It’s immediate clear that the entirety of Sharknado 2 was constructed for the enjoyment of the social media crowd and for the purpose of creating instant buzz : any other possible concern simply isn’t one in this mind-bogglingly stupid “film”. Knowing that, imagine my surprise when this flick actually was entertaining and enjoyable to watch – to an extent. Let me clarify that statement by saying that this is in no way shape or form a “good movie,” and in fact, it may be one of the most ill-conceived and poorly handled films one could imagine. The overwhelming CGI effects are pretty shoddy, and when the film takes place during baseball season and presumably during the summer months, then has snow on the ground during several shots, it’s a sign to me that this project was hastily produced with minimal prep time – par for the course in this type of made-for-video/cable trash. Still, though it is undeniably, positively RETARDED in doing so, Sharknado 2 kept my attention mostly because it doesn’t slow down for nothing, no how. NOTHING makes sense in this film, a viewer is forced to either accept the wonky logic and enjoy the ride or turn the damn thing off. I chose to stick through and, despite the fact that I probably killed brain cells, I did find Sharknado 2 more worthwhile, watchable, and dare I say fun than the unsalvageable and listless first film. Those in the ADD generation who thought the first film was the “BEST. MOVIE. EVER.” will undoubtedly enjoy this bigger, louder, “dumberer” sequel even more, and although I wouldn’t in good conscience recommend this film to anyone, if you must see one of the two (so far…) Sharknado movies, this would be the one to catch.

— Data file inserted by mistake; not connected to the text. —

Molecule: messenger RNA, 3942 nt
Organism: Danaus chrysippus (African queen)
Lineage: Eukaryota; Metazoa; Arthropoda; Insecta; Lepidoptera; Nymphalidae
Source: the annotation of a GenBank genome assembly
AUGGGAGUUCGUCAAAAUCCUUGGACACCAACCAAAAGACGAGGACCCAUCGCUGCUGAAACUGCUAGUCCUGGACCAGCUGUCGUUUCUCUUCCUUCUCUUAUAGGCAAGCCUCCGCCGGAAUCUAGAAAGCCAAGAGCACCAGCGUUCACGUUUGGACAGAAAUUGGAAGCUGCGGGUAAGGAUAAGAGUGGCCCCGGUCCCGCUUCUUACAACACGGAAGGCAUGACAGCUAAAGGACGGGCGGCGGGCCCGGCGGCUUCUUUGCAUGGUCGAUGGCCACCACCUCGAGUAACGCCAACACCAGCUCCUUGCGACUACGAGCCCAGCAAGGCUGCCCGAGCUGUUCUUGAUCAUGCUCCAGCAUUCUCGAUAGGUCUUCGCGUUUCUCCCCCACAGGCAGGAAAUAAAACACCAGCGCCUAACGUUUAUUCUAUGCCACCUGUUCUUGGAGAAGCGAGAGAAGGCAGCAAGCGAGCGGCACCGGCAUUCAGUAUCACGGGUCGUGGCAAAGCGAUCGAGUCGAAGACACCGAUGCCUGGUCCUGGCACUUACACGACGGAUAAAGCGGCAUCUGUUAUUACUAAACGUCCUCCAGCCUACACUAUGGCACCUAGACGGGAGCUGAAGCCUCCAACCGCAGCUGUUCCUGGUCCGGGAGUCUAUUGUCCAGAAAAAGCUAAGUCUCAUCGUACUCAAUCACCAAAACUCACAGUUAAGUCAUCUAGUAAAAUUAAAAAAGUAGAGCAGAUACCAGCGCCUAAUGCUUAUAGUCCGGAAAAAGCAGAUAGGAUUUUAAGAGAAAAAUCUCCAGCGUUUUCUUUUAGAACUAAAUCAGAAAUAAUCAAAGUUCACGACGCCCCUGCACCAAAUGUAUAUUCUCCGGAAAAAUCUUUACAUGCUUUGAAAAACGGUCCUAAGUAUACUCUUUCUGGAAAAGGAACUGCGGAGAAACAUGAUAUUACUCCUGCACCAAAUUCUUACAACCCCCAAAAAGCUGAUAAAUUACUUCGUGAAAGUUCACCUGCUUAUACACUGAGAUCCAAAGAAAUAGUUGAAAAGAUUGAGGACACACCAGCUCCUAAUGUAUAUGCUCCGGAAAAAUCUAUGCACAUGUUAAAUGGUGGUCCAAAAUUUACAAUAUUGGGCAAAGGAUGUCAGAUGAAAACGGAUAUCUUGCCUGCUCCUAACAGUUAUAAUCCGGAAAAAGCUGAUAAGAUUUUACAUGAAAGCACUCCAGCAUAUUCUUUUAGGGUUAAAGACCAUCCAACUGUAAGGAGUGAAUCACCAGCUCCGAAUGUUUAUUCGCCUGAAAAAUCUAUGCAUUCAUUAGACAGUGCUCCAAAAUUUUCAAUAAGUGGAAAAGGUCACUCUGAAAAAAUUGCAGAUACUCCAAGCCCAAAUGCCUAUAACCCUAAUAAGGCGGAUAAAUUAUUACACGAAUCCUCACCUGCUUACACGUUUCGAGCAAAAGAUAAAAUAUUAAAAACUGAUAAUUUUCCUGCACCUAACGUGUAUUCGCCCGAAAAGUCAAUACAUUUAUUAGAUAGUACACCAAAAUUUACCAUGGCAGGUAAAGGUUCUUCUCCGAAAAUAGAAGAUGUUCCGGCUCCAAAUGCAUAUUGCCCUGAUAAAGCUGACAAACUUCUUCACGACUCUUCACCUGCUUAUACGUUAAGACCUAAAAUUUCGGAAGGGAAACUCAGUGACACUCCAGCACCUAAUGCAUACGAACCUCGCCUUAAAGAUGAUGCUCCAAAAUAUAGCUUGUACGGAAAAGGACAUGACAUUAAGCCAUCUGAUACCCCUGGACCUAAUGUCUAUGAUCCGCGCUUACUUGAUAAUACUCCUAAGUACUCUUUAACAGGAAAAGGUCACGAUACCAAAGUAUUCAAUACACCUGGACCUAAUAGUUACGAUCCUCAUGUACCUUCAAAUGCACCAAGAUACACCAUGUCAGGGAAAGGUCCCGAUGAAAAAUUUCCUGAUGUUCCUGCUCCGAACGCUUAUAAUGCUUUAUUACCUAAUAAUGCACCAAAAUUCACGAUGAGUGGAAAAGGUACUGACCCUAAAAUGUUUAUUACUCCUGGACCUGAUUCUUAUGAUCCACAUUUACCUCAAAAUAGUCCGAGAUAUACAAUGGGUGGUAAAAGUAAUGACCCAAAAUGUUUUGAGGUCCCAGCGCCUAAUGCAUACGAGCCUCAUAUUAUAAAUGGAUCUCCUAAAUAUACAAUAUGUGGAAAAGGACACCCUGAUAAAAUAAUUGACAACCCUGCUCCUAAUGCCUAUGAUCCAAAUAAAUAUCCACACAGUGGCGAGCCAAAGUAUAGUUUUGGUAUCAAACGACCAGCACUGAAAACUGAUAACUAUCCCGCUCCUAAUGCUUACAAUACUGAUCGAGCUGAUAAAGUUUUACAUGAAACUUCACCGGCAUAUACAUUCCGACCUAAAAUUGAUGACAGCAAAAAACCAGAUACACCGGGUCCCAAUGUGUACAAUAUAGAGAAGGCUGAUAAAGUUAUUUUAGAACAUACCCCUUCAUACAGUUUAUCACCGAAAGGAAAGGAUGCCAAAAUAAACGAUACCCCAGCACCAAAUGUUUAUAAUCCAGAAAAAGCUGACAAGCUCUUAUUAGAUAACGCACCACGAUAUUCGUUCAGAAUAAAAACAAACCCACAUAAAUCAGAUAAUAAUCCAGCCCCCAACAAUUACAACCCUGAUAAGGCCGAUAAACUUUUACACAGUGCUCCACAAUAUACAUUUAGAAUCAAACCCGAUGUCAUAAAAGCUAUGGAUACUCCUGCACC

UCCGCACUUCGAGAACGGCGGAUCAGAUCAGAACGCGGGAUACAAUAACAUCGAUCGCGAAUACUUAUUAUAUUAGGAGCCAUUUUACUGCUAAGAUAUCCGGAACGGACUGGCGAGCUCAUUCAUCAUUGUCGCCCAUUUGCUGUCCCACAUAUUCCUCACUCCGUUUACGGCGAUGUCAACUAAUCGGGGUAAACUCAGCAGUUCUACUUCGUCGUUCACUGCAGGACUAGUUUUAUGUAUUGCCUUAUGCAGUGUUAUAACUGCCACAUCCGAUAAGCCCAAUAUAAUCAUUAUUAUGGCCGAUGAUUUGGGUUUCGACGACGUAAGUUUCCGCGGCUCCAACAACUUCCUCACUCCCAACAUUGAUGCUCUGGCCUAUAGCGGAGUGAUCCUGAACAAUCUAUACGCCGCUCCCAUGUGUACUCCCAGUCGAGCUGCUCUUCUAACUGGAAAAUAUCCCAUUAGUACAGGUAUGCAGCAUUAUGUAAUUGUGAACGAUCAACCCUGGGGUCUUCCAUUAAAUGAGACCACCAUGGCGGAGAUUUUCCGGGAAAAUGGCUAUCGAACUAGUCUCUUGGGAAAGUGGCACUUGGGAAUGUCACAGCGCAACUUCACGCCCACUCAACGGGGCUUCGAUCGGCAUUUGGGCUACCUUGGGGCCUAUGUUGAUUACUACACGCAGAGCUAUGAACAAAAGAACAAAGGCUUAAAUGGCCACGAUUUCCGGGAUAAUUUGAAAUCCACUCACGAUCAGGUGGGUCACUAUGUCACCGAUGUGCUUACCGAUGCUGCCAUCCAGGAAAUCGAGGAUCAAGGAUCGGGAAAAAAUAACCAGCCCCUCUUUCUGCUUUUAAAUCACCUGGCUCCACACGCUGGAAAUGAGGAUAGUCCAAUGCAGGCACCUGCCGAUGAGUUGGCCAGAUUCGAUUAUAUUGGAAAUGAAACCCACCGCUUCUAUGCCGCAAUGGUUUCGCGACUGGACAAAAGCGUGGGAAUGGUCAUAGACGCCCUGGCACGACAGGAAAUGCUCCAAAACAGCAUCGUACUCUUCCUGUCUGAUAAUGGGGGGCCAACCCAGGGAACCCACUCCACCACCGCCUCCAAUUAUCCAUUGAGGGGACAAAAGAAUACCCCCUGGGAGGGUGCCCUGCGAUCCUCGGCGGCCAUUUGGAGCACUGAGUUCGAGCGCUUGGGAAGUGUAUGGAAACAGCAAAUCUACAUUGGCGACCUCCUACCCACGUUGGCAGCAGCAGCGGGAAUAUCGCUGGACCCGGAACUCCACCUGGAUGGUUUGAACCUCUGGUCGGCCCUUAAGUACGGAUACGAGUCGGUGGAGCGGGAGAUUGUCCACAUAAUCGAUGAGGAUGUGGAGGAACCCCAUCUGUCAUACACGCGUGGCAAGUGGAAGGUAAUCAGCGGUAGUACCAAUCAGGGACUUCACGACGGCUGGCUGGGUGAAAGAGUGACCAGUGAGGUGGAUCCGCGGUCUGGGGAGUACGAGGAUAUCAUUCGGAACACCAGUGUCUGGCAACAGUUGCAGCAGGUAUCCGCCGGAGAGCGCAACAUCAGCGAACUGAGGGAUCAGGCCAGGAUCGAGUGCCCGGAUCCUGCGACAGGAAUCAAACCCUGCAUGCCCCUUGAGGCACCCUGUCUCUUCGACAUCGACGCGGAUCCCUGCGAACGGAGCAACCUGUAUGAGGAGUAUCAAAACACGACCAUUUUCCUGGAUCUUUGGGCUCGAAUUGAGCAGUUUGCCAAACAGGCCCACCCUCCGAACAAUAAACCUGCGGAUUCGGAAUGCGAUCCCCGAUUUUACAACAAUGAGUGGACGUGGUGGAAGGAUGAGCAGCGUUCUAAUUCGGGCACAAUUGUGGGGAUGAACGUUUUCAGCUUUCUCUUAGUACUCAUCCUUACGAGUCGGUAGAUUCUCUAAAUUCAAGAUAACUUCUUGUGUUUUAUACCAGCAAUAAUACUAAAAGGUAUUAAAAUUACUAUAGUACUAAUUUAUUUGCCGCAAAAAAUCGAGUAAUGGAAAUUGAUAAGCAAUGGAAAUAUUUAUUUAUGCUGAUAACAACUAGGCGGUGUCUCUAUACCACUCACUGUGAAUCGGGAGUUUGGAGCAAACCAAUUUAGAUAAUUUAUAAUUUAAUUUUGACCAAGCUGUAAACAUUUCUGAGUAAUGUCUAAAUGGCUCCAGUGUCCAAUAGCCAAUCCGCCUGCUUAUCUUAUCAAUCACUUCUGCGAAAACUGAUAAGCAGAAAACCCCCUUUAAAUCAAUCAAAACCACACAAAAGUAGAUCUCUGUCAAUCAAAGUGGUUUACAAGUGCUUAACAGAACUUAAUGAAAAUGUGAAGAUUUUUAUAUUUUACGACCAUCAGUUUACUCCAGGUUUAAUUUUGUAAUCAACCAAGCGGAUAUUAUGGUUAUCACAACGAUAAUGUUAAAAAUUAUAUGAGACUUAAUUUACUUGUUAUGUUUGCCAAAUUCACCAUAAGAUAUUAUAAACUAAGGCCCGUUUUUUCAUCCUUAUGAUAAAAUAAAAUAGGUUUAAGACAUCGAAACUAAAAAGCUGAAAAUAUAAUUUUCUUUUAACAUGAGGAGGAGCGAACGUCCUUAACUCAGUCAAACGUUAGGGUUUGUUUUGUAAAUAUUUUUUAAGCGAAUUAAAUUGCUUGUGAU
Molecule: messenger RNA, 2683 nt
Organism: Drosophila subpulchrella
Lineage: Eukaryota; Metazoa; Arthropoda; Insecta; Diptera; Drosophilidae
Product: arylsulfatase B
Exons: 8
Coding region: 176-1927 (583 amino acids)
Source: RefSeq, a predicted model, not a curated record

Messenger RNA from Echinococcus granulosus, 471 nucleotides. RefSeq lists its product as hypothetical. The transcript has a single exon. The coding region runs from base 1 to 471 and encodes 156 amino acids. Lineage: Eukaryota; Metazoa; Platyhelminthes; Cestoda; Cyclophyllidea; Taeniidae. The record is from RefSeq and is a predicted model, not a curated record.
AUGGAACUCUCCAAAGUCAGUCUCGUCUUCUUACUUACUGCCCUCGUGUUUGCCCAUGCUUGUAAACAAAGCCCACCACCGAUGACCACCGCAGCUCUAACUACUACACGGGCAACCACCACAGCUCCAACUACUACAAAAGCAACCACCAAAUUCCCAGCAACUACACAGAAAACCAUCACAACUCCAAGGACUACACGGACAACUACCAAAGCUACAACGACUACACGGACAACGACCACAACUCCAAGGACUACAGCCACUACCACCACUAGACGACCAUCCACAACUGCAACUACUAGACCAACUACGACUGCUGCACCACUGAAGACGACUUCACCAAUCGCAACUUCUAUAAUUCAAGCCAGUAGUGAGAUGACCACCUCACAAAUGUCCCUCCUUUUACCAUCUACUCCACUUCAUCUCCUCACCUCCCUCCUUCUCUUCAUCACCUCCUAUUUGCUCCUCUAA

7/10 : Decapitations, limbs pulled off, blood splatter galore; still, this seems less aggressively brutal than your typical theatrically-released hard R-rated horror film.
1/10 : Some rough language and minor profanity, but fairly clean. I was more appalled and offended by the soul-crushing, incredibly stupid dialogue.
0/10 : Hard to believe there’s so little action in a movie that features fap classic actress Kari Wuhrer in a major role.
10/10 : Completely nuts; watching this film is like stumbling drunk through a pop culture nightmare. With killer sharks.
Cliche-riddled climactic speech: “I know your scared. I’m scared too. They’re sharks. They’re scary. No one wants to get eaten. But I’ve been eaten. And I’m here to tell you it takes a lot more than that to bring a good man down.”
WE’RE IN TROUBLE!